DearColleague.us

Letter

 

From: The Honorable Robin L. Kelly
Sent By:
Zachary.Ostro@mail.house.gov

Date: 3/31/2017

**This is a language request**

 

Cosponsors: Napolitano, Meeks, Norcorss, Moore, Cummings, Carson, Norton, Blumenauer, Castor, Lujan Grisham, McNerney, Hank Johnson, Hastings, Foster, Lawrence, Lynch, Butterfield, Jackson Lee, Y. Clarke, D. Davis, Conyers, Kuster, B. Lee, Plaskett, DeSaulnier
, Al Green, F. Wilson, Torres, Watson Coleman

 

Dear Colleague,

 

For 21 years, COPS grants have provided vital resources to state and local police forces to establish partnerships with communities, to ensure that when law enforcement officers serve and protect, they do so with a full understanding of their community’s
needs. One community, however, where mutual understanding and trust can increase is with police officers and citizens with mental and behavioral health disorders, and their loved ones.

 

A 2012 incident in Calumet City, Illinois highlights the need for such training.  In responding to a 9-1-1 call, police officers came upon Stephon Watts – a 15 year old child with autism – armed with a butter knife.  Responding to Stephon’s outburst, the
police used fatal force against Stephon in self-defense.  The police were aware that Stephon was diagnosed with autism, as they had been called to the Watts residence a few times before this final incident.  However, the officers failed to utilize de-escalation
techniques needed when handling children with mental or behavioral disorders.

 

Unfortunately, Stephon’s case is not an isolated incident; more than one-in-four fatal police shootings involve those with mental disorders.  Standard police techniques, in these situations, have the potential to exacerbate hostilities, increasing chances
of confrontation due to a lack of understanding about the necessary communication methods for handling the mentally ill.
That is why we invite you in joining us in signing the bellow letter to the Commerce, Justice and Science Subcommittee urging priority for COPs grants be given to forces that integrate behavioral and mental health training into their officer programming.

 

If you would like to sign on or if you have any questions about this letter, please contact Zachary Ostro with Rep. Kelly’s office at 5-0773 or
Zachary.Ostro@mail.house.gov.
The deadline to sign onto this letter is 5pm March 31, 2017. 

 

Sincerely,

 

 

 

 

 

 

 

 

April 4, 2017

 

 

The Honorable John Culberson

Chairman

Subcommittee on Commerce, Justice, Science, and Related Agencies

H-310, the Capitol

Washington, D.C. 20515

 

The Honorable José Serrano

Active Ranking Member

Subcommittee on Commerce, Justice, Science, and Related Agencies

2354 Rayburn House Office Building

Washington, D.C. 20515

 

 

 

 

 

 

 

 

 

 

 

Dear Chairman Culberson and Ranking Member Serrano,

 

As the subcommittee develops priorities for the FY 2018 Commerce, Justice, and Science and Related Agencies, we respectfully urge you to prioritize the Committee’s responsibility to ensure law enforcement’s effective response towards individuals with mental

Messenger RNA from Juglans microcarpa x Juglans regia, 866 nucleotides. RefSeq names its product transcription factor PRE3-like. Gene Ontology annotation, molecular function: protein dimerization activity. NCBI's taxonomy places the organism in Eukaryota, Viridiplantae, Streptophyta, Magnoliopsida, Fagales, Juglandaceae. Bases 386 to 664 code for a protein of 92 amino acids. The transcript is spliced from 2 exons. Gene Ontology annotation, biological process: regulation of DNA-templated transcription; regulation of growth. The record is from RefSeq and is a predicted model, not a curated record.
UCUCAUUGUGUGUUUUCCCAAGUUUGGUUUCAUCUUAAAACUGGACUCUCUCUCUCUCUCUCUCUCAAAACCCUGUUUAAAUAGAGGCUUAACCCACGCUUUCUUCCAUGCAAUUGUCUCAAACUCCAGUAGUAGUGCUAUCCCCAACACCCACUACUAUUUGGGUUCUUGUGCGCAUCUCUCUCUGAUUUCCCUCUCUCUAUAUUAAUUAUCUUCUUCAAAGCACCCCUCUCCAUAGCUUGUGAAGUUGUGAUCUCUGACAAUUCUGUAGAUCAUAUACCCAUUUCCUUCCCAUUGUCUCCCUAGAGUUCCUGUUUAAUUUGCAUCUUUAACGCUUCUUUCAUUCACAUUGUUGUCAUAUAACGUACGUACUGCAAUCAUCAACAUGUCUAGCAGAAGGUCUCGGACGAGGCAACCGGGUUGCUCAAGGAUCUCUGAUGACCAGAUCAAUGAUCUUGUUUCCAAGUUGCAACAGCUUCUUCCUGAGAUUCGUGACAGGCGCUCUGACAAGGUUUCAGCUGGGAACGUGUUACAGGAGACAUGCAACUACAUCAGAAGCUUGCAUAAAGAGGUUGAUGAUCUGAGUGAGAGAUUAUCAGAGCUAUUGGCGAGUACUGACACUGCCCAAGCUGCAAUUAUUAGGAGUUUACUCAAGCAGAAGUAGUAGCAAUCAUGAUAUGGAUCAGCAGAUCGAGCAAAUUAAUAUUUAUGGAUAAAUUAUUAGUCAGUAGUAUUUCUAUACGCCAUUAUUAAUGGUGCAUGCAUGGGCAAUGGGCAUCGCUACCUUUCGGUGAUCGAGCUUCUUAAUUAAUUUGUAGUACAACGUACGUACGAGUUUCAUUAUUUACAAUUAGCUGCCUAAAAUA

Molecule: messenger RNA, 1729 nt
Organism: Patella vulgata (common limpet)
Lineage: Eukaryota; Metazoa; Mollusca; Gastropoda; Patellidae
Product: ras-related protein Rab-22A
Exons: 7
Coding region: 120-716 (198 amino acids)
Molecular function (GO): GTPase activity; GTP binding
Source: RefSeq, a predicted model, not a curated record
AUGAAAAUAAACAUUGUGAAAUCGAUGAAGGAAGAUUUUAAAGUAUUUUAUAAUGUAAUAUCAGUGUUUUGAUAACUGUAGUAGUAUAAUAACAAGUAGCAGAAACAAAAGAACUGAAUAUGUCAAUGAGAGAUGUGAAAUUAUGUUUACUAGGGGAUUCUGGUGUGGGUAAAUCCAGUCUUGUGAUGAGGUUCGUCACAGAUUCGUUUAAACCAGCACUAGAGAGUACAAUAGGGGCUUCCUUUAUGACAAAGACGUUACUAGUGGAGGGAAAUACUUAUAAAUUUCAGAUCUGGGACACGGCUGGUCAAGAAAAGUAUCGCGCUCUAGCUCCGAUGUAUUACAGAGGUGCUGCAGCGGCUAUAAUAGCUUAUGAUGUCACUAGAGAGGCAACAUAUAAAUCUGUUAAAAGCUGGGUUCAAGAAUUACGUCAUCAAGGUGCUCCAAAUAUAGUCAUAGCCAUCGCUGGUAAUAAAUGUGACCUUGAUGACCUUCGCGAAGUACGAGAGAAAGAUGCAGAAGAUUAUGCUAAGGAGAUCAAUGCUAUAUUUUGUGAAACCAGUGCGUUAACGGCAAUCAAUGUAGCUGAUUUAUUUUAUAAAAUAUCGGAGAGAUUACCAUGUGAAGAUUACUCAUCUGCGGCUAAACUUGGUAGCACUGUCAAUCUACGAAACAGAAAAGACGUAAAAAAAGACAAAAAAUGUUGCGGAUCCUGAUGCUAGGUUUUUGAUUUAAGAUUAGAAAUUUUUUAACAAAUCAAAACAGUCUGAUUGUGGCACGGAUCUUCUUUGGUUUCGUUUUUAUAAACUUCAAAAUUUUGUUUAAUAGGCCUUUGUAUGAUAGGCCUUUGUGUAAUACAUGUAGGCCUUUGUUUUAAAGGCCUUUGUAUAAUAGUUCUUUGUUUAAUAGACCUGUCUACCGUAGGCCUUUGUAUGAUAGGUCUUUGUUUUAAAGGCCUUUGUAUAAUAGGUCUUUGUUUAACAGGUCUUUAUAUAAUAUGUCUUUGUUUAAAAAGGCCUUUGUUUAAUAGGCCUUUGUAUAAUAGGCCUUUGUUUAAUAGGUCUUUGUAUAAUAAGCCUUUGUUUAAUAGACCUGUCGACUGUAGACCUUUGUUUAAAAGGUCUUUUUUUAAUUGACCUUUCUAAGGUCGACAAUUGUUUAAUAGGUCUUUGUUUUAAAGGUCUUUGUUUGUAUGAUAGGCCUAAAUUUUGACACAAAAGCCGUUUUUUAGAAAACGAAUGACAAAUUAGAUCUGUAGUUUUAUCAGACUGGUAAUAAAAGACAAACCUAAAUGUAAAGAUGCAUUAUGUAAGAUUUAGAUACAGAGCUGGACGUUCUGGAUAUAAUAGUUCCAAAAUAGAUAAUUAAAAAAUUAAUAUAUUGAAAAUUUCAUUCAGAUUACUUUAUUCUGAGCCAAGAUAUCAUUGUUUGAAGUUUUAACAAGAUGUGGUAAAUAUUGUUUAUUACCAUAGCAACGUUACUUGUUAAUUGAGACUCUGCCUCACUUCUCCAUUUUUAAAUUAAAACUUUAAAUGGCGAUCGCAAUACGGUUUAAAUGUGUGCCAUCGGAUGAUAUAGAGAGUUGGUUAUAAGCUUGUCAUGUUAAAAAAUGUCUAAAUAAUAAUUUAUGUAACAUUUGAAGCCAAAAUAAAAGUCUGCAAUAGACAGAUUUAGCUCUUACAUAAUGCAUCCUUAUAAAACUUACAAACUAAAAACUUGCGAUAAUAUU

and behavioral health disorders.  Since its establishment in 1994, the Community Oriented Policing Services (COPS) program has enabled law enforcement to develop vital partnerships that strengthen bonds and help law enforcement to understand the unique challenges
and needs of their communities.  However, violent, and often fatal, interactions between police and individuals with mental or behavioral health disorders are evidence that another community must be addressed, and more can be done to ensure increased mutual
trust between police officers and the communities they bravely serve.  We request that the subcommittee include language in the appropriations bill that prioritizes Community Oriented Policing Services (COPS) grants for law enforcement agencies that
incorporate evidence-informed mental and behavioral health training into their officer programs.

 

A 2012 incident in Calumet City, Illinois highlights the need for such training.  In responding to a 9-1-1 call, police officers came upon Stephan Watts – a 15 year old child with autism – armed with a butter knife.  Responding to Stephon’s outburst, the
police used fatal force against Stephon in self-defense.  The police were aware that Stephon was diagnosed with autism, as they had been called to the Watts residence a few times before this final incident.  However, the officers failed to utilize de-escalation
techniques needed when handling children with mental or behavioral disorders.  Unfortunately, Stephon’s case is not an isolated incident; more than one-in-four fatal police shootings involve those with mental disorders.  Standard police techniques, these situations,
have the potential to exacerbate hostilities, increasing chances of confrontation due to lack of understanding about the necessary communication methods for handling the mentally ill.

 

For 21 years, the COPS program has proven itself successful in bringing together law enforcement and their communities, encouraging open communication about how to address local enforcement needs.  Knowing the success of past COPS programs, prioritizing
COPS grants for law enforcement agencies that incorporate evidence-informed mental and behavioral health training demonstrates the government’s commitment to addressing the senseless suffering of these vulnerable individuals, and furthers the program’s vital
efforts.

 

While we understand the difficult financial decisions we must make in Washington, we appreciate your consideration of this request, and strongly urge you to include language prioritizing COPS grants for police departments that incorporate evidence-informed
mental and behavioral health training into their officer programs for the FY 2018 Committee on Commerce, Justice, Science and Related Agencies appropriations bill.